However, when the market rebounds, companies who reserved capacity in advance will ride the surge more comfortably compared to those who delayed action.
“While carriers will face tests through this difficult time of low demand for trucks, shippers must also rework their transportation strategies and incorporate resiliency into their forecasting numbers.”
Intermodal (domestic container shipping)
While the intermodal market has already been trending downward for the past year, the pandemic has created an even more challenging environment for rail traffic and intermodal.
Per a report by the Association of American Railroads, total rail carloads in April were down by 25 percent compared to the same month last year while the intermodal loadings in April were down 17 percent year over year.
We observed a similar decline in Canada and Mexico railroads. Coal, motor vehicle parts and chemicals were the hardest hit commodities.
Global air cargo
Global air cargo capacity has also declined, having lost one-third of business compared to last year. Belly capacity at large cargo hubs is recovering due to passenger freighters and a high demand for PPE — particularly from China.
During the next several months, air cargo slots, operations, routes and flexibility will gain more importance as the industry recovers. Many shippers will evaluate their need to expedite shipping to meet demand as the market recovers.
The pandemic has impacted each stage in the supply chain in one way or another, and companies will work through several of the possible future strategies outlined above to sustain and recover their operations.
In some cases, these recovery measures will be a function of immediate reaction to the current balance of supply and demand. In other cases, recovery will be more meticulously planned and strategic in nature, anticipating the market recovering in phases.
Companies should start working on a recovery plan by understanding the risk exposure for each node in their supply chain network.
“Connectivity and visibility are essential in today’s world of uncertainty and unpredictability.”
Depending on the diversity of your supply chain, you will need to assess your dependency and associated risk for each of your suppliers, manufacturers, warehouses, distribution centers, transportation carriers and your own workforce.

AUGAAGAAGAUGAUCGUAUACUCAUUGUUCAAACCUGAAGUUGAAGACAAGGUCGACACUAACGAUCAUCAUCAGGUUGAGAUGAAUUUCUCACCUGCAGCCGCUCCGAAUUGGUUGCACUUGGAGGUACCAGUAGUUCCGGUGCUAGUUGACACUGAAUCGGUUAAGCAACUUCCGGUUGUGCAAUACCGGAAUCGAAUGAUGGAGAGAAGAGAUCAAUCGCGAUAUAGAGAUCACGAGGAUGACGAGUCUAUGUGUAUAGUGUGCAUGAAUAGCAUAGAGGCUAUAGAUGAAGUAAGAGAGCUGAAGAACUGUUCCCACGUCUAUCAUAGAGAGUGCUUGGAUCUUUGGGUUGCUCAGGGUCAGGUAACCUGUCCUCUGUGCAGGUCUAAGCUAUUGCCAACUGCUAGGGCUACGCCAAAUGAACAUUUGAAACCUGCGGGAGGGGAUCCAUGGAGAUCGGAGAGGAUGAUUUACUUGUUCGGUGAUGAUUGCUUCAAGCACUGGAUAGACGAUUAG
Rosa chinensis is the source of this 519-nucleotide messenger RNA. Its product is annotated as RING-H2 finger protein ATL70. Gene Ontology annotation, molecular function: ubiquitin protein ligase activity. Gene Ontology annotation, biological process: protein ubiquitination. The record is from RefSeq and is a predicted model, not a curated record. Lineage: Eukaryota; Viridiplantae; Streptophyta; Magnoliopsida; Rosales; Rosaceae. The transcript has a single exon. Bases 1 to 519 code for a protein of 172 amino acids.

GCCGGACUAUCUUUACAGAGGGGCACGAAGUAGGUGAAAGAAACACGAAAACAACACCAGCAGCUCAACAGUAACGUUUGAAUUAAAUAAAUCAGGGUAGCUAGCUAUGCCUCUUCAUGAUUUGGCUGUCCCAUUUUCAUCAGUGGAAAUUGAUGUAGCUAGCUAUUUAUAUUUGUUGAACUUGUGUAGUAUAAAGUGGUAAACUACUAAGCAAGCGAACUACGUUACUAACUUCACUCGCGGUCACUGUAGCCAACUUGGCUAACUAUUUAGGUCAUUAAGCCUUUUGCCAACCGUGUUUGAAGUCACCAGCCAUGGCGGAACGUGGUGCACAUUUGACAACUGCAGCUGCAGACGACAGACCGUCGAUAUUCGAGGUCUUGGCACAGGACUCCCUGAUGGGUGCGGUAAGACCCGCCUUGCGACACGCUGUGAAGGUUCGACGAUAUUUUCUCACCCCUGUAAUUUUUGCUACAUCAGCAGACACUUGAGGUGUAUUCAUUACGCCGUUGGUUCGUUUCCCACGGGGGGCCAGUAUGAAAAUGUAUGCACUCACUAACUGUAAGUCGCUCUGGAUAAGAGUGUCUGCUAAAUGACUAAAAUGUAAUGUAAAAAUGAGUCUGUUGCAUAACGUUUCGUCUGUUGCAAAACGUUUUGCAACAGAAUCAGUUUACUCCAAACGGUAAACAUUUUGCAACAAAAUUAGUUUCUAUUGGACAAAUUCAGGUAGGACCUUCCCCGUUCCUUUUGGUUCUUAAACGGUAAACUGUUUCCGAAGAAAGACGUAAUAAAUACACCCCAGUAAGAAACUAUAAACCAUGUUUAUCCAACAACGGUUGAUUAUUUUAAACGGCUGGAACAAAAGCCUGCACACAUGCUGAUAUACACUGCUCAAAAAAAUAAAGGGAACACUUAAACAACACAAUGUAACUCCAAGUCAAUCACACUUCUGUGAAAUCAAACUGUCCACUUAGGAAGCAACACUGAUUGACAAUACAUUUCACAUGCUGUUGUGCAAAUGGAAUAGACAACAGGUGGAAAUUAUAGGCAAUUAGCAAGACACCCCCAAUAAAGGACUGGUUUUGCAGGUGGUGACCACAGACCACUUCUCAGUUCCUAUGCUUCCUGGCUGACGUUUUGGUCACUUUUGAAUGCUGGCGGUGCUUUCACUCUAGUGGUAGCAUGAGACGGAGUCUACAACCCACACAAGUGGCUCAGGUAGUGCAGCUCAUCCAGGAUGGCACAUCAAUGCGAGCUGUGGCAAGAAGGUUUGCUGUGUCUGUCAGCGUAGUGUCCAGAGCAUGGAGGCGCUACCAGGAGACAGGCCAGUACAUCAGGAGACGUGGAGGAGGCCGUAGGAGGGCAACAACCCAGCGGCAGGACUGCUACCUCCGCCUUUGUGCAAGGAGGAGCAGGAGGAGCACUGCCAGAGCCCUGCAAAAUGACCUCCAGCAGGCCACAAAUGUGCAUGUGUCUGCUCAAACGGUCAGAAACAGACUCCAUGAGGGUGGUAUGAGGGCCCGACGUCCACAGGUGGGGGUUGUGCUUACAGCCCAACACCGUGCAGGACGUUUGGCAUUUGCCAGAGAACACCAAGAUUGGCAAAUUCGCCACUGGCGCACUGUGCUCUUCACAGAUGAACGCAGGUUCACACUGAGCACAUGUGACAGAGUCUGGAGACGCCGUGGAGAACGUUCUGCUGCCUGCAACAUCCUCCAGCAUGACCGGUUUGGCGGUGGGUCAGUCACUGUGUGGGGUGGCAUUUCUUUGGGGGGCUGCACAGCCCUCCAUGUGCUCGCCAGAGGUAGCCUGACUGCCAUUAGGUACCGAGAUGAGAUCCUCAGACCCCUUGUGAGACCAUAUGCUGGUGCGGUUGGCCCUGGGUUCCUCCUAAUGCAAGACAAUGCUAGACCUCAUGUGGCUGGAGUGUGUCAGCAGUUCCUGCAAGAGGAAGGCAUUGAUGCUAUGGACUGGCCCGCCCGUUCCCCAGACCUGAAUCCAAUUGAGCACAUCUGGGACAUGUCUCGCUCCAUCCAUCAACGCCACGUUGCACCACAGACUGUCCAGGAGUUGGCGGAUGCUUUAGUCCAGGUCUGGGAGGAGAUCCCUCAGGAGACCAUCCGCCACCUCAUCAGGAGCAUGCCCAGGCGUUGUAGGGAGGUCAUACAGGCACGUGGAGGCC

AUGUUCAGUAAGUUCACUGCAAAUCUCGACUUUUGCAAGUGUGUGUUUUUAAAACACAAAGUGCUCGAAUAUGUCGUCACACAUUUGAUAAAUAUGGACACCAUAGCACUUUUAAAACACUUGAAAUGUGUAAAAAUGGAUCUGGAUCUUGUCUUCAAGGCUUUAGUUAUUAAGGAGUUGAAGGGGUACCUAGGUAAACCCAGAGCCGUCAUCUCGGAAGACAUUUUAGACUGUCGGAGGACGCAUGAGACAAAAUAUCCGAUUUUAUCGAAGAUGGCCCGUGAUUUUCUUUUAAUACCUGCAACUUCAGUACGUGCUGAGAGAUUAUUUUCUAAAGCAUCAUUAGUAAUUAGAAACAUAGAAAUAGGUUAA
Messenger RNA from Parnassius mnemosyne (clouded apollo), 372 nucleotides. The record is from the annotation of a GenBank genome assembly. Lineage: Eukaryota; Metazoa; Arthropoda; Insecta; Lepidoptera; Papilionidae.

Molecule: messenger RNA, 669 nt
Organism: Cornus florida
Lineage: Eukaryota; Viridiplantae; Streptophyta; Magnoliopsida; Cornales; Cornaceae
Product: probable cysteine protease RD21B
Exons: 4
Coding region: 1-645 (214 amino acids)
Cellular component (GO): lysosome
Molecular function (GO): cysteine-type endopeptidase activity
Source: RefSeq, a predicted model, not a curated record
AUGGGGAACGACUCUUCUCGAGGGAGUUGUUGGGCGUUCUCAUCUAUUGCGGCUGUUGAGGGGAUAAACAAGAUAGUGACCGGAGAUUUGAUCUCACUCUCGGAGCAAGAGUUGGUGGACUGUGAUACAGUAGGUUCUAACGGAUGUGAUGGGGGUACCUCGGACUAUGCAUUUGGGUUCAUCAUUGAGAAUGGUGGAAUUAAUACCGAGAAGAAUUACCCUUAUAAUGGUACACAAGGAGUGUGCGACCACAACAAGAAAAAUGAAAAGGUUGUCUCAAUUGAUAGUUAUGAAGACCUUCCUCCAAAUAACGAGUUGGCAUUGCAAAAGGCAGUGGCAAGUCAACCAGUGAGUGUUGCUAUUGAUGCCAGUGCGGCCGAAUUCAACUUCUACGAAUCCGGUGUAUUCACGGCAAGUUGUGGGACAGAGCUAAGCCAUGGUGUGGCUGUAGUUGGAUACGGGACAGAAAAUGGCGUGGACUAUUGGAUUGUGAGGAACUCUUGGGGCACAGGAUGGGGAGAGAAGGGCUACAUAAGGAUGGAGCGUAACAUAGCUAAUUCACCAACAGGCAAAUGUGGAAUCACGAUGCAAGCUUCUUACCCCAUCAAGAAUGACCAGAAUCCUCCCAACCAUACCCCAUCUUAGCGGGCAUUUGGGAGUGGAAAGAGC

This risk-exposure model describes the concept of time to recover (TTR) and time to survive (TTS) for each node. TTR represents the time it would take a node to recover to full functionality after a disruption while TTS represents the maximum amount of time the system can function without performance loss during node disruption.
Mapping out your supply chain network and estimating TTR and TTS for each node will help you determine the urgency of that node, understand the hidden risk and quantify the performance impact to your revenue and profit in the case of a disruption.
Once you know where you stand, you can determine the best risk mitigation strategy such as when to ramp up capacity and when to expedite transportation to avoid performance impact.
Using simulation to model various disruption scenarios can help estimate performance impact and identify mitigation strategies to minimize the financial impact.
Connectivity and visibility are essential in today’s world of uncertainty and unpredictability.
Supply chain digitalization can help businesses strategize and achieve resiliency against disruptions by readily accessing valuable data during and after disruptions. This will not only mitigate risk but can also help grow revenue, profit and market share.
Data science enables you to convert big data generated by a typical supply chain into valuable insights that you can use for strategic and tactical decision making.
Artificial intelligence (AI) and machine learning can analyze and model historical data, helping your business with better forecasting, planning, prediction and process automation.
For example, AI-based solutions can help predict service failures in advance or enable your people to manage through exceptions by implementing smart, real-time solutions.
Cloud computing, the Internet of Things (IoT), blockchain, collaborative robots and 5G technology are some of the advancements that the supply chain can harness to become a true data-powered strategic asset for the business.
“Artificial intelligence and machine learning can analyze and model historical data, helping your business with better forecasting, planning, prediction and process automation.”
We’ve discussed how the COVID-19 pandemic has impacted four key areas of global supply chain operations: sourcing and procurement, manufacturing, warehousing and distribution and transportation and logistics.
This has all brought visibility to the need for more flexibility and resiliency in supply chain operations.
Here’s a checklist summarizing the recommendations we covered: